Reduced drug prices won’t stand still for 100 years: Health Minister

January 11, 2018 at 7:51 pm

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Health Minister Dr. Rajitha Senaratne
Pic – Saman Abeysiriwardena

 

by Sanath Nanayakkare

 

It is useful to remind ourselves that regulating the prices of pharmaceutical drugs is a policy decision made to bring relief to the masses. It is not a deterrent on drug manufacturers and importers to undermine the availability of drugs in the market. So, the drug price framework needs flexibility to accommodate changes in circumstances such as exchange rate fluctuation, Health Minister Dr. Rajitha Senaratne said in Colombo on Monday.

 

“When the prices of some drugs were reduced between one-tenth and one-sixth the previous price and the price of panadol was reduced to Rs. 1.30 from Rs. 3, no newspaper cared to publish it in their main headlines, but when the prices were adjusted by 5% after two and a half years to offset the US dollar fluctuation to avoid an impact on drug importation, that hit the main headlines of some newspapers. Current drug prices won’t stand still for 100 years. It just can’t be. When prices go up, it will see an increase of about 5% and then will stabilize for another year. India too has controlled the price of about 900 drugs and it is subject to an increase of 10% every year according to market conditions. But we have not allowed that here,” he said.

 

“65% of the population comes to government hospitals to get treatment. They expect the government to invest in healthcare and drugs because they can’t afford it. Even some of those who go to private hospitals can’t afford to buy the prescribed drugs for prolonged periods as recommended by doctors. That’s why the government decided to bring the prices of drugs down where possible. The reduction of prices of 48 generic drugs meant the reduction of 402 brand name drugs. Companies tell us that their profit has shrunk, but as the sales volumes have increased significantly they can make enough profit.

 

“Further, high quality stents are provided free to heart patients who undergo surgeries at government hospitals which used to cost them several hundred thousand rupees. As a result, the number of surgeries performed at the National Cardiology Unit has gone up to between 450 – 500 a month from its earlier figure of just 50 a month. Somehow, the media doesn’t see this. They should go out and speak to the doctors and find out the truth. However, the recipients of these benefits are aware of this and are grateful for the relief provided to them.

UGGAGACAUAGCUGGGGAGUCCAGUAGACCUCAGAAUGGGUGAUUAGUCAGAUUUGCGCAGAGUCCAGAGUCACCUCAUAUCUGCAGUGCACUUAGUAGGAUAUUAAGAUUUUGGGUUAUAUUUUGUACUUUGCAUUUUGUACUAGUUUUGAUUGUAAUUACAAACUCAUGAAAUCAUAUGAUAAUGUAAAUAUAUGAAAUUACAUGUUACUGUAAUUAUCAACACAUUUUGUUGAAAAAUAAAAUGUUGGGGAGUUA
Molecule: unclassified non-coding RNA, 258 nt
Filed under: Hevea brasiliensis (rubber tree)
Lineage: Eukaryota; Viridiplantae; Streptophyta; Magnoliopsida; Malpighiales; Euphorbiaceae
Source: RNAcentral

“Drug prices can be reduced further if we localize the production of drugs. That undertaking is already in progress. We have signed agreements with 38 companies to manufacture drugs in Sri Lanka. Two manufacturers are already in operation in Kandy and Horana. In March, the third company will start its production. They will be working with the State Pharmaceutical Corporation as public -private partnerships, enjoying a buy-back guarantee from the government for15 years. Meanwhile, 18 companies have negotiated with us to come and invest as independent companies. They will get a 10 year buy-back guarantee. I think that no other industry has been able to bring in as much foreign direct investments (FDIs) to the country recently as the pharmaceutical manufacturing industry has, the minister said.

 

Sri Lanka currently produces 2 billion tablets and capsules per year and this figure is estimated to go up to 4 billion in the near future.

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